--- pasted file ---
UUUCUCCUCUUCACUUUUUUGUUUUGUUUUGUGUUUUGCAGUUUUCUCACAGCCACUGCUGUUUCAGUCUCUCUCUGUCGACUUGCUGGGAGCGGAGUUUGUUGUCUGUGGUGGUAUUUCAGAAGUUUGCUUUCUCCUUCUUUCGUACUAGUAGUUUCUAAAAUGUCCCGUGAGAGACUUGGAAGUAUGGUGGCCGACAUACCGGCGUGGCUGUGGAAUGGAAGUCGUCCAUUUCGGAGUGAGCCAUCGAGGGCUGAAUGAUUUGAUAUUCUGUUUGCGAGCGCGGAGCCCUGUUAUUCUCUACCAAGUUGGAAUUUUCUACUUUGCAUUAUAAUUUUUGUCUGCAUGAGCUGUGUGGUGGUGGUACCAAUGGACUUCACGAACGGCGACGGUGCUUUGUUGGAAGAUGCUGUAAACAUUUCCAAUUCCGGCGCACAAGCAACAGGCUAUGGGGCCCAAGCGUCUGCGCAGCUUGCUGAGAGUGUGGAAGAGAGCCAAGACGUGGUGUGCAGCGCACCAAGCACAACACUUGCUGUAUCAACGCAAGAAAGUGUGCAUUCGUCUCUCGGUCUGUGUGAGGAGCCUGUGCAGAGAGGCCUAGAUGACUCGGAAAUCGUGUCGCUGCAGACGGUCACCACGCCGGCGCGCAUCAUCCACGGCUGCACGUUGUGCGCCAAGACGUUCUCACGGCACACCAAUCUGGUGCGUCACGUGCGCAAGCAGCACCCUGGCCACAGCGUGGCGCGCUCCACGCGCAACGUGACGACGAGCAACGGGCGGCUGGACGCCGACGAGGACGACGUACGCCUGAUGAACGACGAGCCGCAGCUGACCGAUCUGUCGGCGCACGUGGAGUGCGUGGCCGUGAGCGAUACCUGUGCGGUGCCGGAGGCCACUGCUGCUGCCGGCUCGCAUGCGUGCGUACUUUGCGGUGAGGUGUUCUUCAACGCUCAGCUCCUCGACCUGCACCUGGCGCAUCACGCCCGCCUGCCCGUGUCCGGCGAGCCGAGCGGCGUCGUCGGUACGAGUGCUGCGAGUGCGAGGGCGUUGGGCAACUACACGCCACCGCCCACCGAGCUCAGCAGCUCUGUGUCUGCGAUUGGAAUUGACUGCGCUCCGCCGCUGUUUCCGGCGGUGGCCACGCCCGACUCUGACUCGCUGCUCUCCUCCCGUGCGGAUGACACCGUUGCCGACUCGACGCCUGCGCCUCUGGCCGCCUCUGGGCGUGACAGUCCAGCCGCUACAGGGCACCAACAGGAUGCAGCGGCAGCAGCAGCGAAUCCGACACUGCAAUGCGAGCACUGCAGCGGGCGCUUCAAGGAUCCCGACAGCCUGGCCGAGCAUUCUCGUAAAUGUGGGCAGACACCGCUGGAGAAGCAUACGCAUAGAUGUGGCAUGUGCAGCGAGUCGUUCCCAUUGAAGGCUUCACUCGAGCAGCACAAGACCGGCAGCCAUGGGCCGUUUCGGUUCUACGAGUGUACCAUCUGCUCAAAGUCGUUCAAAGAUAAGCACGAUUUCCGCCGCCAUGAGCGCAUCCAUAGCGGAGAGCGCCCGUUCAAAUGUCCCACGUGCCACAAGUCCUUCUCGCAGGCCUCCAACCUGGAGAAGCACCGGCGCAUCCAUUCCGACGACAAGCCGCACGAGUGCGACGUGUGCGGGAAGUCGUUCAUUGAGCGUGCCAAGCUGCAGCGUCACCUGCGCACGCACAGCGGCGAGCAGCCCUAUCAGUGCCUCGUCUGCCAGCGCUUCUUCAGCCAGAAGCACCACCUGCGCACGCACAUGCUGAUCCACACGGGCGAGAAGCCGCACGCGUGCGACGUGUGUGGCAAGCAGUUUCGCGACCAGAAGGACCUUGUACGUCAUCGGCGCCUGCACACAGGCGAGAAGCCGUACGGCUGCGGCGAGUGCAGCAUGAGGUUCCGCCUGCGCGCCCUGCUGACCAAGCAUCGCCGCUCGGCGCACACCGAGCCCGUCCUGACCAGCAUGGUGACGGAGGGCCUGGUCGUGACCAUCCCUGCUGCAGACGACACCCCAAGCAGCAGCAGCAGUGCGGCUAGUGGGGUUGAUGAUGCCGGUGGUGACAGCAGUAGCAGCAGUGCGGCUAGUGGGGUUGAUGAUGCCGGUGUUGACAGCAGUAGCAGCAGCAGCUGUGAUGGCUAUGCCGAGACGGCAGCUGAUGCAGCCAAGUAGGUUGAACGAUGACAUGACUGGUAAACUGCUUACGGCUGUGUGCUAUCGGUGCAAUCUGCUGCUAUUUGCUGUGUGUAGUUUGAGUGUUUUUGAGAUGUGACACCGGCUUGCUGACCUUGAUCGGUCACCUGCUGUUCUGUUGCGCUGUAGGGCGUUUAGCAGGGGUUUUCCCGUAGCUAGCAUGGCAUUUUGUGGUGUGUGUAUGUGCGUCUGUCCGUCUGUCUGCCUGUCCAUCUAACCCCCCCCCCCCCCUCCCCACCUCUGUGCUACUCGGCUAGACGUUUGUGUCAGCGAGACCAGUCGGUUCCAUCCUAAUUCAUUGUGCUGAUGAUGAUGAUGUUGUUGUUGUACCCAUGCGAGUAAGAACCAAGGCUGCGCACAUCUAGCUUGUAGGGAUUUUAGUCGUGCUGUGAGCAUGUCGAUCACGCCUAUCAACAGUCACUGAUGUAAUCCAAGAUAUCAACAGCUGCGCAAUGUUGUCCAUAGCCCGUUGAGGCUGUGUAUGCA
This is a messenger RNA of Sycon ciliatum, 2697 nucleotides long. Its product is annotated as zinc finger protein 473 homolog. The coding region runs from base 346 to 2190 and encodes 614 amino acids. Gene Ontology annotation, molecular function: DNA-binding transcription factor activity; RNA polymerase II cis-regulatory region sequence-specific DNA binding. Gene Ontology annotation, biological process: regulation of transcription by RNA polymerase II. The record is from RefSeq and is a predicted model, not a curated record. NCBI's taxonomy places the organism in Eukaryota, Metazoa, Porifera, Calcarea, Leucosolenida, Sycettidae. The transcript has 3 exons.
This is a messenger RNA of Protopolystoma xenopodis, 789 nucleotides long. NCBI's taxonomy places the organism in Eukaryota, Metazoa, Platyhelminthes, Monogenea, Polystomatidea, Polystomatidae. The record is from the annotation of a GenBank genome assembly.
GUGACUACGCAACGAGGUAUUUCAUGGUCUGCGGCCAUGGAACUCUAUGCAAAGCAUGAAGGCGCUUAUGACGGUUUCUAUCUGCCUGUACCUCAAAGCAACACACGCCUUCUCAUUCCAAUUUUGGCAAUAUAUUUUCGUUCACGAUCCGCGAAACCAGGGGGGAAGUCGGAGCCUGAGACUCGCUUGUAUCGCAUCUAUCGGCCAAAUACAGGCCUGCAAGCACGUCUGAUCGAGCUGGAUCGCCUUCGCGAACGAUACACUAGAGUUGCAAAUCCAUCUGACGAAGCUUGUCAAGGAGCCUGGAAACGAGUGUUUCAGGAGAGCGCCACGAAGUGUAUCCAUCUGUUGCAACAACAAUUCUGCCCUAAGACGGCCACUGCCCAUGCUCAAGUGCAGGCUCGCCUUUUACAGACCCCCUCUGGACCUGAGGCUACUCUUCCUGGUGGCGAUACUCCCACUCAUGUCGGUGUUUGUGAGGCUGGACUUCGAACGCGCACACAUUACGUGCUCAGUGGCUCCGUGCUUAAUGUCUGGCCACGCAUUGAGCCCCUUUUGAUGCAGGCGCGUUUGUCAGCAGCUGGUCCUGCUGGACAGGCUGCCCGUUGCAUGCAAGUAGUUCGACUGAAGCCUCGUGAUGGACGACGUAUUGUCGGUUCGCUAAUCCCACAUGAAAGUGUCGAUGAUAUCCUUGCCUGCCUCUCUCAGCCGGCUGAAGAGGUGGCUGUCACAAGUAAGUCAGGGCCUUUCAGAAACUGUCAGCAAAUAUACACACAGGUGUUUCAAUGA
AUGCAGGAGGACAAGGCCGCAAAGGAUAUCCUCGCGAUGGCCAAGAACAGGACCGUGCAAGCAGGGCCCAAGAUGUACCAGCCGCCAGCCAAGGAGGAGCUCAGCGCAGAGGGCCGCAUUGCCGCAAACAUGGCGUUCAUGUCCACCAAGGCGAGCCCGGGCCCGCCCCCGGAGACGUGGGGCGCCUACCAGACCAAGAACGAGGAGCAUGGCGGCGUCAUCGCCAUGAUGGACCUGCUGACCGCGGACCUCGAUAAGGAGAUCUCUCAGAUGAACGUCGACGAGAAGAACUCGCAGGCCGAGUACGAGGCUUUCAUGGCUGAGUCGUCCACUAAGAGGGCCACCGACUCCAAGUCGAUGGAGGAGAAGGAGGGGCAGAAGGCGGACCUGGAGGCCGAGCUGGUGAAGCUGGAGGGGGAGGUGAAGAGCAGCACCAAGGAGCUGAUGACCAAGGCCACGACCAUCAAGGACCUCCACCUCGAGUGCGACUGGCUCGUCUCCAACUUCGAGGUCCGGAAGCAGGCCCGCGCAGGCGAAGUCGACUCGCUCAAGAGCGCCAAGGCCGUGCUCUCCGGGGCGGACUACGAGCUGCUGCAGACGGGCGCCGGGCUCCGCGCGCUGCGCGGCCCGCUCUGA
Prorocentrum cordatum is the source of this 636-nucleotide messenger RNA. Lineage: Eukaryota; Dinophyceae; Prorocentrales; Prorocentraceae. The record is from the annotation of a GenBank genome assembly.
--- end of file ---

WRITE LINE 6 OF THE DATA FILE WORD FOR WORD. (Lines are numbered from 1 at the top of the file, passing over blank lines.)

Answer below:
Prorocentrum cordatum is the source of this 636-nucleotide messenger RNA. Lineage: Eukaryota; Dinophyceae; Prorocentrales; Prorocentraceae. The record is from the annotation of a GenBank genome assembly.